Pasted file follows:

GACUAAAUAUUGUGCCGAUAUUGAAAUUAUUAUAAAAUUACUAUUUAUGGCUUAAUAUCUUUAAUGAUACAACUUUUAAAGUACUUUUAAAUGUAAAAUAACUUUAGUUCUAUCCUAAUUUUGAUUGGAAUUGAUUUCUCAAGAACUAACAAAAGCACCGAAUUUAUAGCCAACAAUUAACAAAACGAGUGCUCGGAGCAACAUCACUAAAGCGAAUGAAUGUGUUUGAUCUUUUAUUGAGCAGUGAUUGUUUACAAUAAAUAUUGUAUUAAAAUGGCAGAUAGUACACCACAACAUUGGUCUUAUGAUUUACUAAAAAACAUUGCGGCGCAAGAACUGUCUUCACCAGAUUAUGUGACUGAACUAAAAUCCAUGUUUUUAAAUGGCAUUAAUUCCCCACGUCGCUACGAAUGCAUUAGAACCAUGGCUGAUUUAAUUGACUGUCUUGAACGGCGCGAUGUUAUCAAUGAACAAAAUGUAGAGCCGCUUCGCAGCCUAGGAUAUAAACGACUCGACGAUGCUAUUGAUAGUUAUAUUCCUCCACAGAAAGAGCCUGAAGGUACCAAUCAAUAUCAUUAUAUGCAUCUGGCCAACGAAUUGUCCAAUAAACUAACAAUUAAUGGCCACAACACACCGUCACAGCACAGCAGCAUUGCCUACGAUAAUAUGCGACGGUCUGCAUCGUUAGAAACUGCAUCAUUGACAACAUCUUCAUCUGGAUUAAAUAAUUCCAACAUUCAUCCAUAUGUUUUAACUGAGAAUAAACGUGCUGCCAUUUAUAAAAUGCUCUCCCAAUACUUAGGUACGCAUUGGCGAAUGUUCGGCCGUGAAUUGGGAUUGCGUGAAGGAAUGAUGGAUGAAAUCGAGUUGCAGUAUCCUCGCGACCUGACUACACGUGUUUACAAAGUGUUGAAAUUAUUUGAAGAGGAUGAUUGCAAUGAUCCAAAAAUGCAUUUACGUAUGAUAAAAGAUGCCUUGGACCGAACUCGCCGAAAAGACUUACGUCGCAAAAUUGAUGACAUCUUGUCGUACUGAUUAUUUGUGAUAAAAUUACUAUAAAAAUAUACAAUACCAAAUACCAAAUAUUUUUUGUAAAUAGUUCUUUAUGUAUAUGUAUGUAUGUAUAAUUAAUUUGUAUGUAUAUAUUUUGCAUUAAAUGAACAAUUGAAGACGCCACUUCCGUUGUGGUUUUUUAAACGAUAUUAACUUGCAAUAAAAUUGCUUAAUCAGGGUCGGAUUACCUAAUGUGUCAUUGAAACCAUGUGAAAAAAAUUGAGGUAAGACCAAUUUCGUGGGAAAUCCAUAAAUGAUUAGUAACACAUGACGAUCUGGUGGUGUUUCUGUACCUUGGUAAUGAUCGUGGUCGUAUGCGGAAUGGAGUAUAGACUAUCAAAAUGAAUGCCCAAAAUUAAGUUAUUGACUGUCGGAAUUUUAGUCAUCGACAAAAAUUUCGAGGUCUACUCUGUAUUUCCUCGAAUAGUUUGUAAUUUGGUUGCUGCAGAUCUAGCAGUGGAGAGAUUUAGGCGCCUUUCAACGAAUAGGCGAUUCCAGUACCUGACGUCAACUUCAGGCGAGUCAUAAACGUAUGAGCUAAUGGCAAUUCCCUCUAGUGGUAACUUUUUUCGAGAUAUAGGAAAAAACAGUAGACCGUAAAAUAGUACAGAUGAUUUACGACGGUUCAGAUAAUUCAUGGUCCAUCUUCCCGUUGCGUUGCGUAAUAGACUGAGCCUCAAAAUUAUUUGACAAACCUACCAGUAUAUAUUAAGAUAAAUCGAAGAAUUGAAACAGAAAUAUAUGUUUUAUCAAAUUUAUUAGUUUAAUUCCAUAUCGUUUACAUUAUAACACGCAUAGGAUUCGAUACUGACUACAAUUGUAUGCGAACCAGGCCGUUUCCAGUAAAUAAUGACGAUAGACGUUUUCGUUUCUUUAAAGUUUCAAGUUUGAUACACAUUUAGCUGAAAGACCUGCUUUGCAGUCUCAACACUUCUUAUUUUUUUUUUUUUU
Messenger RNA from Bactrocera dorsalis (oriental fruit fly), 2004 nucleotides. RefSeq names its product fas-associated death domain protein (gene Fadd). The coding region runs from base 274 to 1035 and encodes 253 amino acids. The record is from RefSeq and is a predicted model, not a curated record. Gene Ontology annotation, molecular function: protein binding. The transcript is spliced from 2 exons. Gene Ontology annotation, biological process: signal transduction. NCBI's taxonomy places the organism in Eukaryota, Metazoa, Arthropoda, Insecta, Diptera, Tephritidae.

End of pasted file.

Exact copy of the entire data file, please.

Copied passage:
GACUAAAUAUUGUGCCGAUAUUGAAAUUAUUAUAAAAUUACUAUUUAUGGCUUAAUAUCUUUAAUGAUACAACUUUUAAAGUACUUUUAAAUGUAAAAUAACUUUAGUUCUAUCCUAAUUUUGAUUGGAAUUGAUUUCUCAAGAACUAACAAAAGCACCGAAUUUAUAGCCAACAAUUAACAAAACGAGUGCUCGGAGCAACAUCACUAAAGCGAAUGAAUGUGUUUGAUCUUUUAUUGAGCAGUGAUUGUUUACAAUAAAUAUUGUAUUAAAAUGGCAGAUAGUACACCACAACAUUGGUCUUAUGAUUUACUAAAAAACAUUGCGGCGCAAGAACUGUCUUCACCAGAUUAUGUGACUGAACUAAAAUCCAUGUUUUUAAAUGGCAUUAAUUCCCCACGUCGCUACGAAUGCAUUAGAACCAUGGCUGAUUUAAUUGACUGUCUUGAACGGCGCGAUGUUAUCAAUGAACAAAAUGUAGAGCCGCUUCGCAGCCUAGGAUAUAAACGACUCGACGAUGCUAUUGAUAGUUAUAUUCCUCCACAGAAAGAGCCUGAAGGUACCAAUCAAUAUCAUUAUAUGCAUCUGGCCAACGAAUUGUCCAAUAAACUAACAAUUAAUGGCCACAACACACCGUCACAGCACAGCAGCAUUGCCUACGAUAAUAUGCGACGGUCUGCAUCGUUAGAAACUGCAUCAUUGACAACAUCUUCAUCUGGAUUAAAUAAUUCCAACAUUCAUCCAUAUGUUUUAACUGAGAAUAAACGUGCUGCCAUUUAUAAAAUGCUCUCCCAAUACUUAGGUACGCAUUGGCGAAUGUUCGGCCGUGAAUUGGGAUUGCGUGAAGGAAUGAUGGAUGAAAUCGAGUUGCAGUAUCCUCGCGACCUGACUACACGUGUUUACAAAGUGUUGAAAUUAUUUGAAGAGGAUGAUUGCAAUGAUCCAAAAAUGCAUUUACGUAUGAUAAAAGAUGCCUUGGACCGAACUCGCCGAAAAGACUUACGUCGCAAAAUUGAUGACAUCUUGUCGUACUGAUUAUUUGUGAUAAAAUUACUAUAAAAAUAUACAAUACCAAAUACCAAAUAUUUUUUGUAAAUAGUUCUUUAUGUAUAUGUAUGUAUGUAUAAUUAAUUUGUAUGUAUAUAUUUUGCAUUAAAUGAACAAUUGAAGACGCCACUUCCGUUGUGGUUUUUUAAACGAUAUUAACUUGCAAUAAAAUUGCUUAAUCAGGGUCGGAUUACCUAAUGUGUCAUUGAAACCAUGUGAAAAAAAUUGAGGUAAGACCAAUUUCGUGGGAAAUCCAUAAAUGAUUAGUAACACAUGACGAUCUGGUGGUGUUUCUGUACCUUGGUAAUGAUCGUGGUCGUAUGCGGAAUGGAGUAUAGACUAUCAAAAUGAAUGCCCAAAAUUAAGUUAUUGACUGUCGGAAUUUUAGUCAUCGACAAAAAUUUCGAGGUCUACUCUGUAUUUCCUCGAAUAGUUUGUAAUUUGGUUGCUGCAGAUCUAGCAGUGGAGAGAUUUAGGCGCCUUUCAACGAAUAGGCGAUUCCAGUACCUGACGUCAACUUCAGGCGAGUCAUAAACGUAUGAGCUAAUGGCAAUUCCCUCUAGUGGUAACUUUUUUCGAGAUAUAGGAAAAAACAGUAGACCGUAAAAUAGUACAGAUGAUUUACGACGGUUCAGAUAAUUCAUGGUCCAUCUUCCCGUUGCGUUGCGUAAUAGACUGAGCCUCAAAAUUAUUUGACAAACCUACCAGUAUAUAUUAAGAUAAAUCGAAGAAUUGAAACAGAAAUAUAUGUUUUAUCAAAUUUAUUAGUUUAAUUCCAUAUCGUUUACAUUAUAACACGCAUAGGAUUCGAUACUGACUACAAUUGUAUGCGAACCAGGCCGUUUCCAGUAAAUAAUGACGAUAGACGUUUUCGUUUCUUUAAAGUUUCAAGUUUGAUACACAUUUAGCUGAAAGACCUGCUUUGCAGUCUCAACACUUCUUAUUUUUUUUUUUUUU
Messenger RNA from Bactrocera dorsalis (oriental fruit fly), 2004 nucleotides. RefSeq names its product fas-associated death domain protein (gene Fadd). The coding region runs from base 274 to 1035 and encodes 253 amino acids. The record is from RefSeq and is a predicted model, not a curated record. Gene Ontology annotation, molecular function: protein binding. The transcript is spliced from 2 exons. Gene Ontology annotation, biological process: signal transduction. NCBI's taxonomy places the organism in Eukaryota, Metazoa, Arthropoda, Insecta, Diptera, Tephritidae.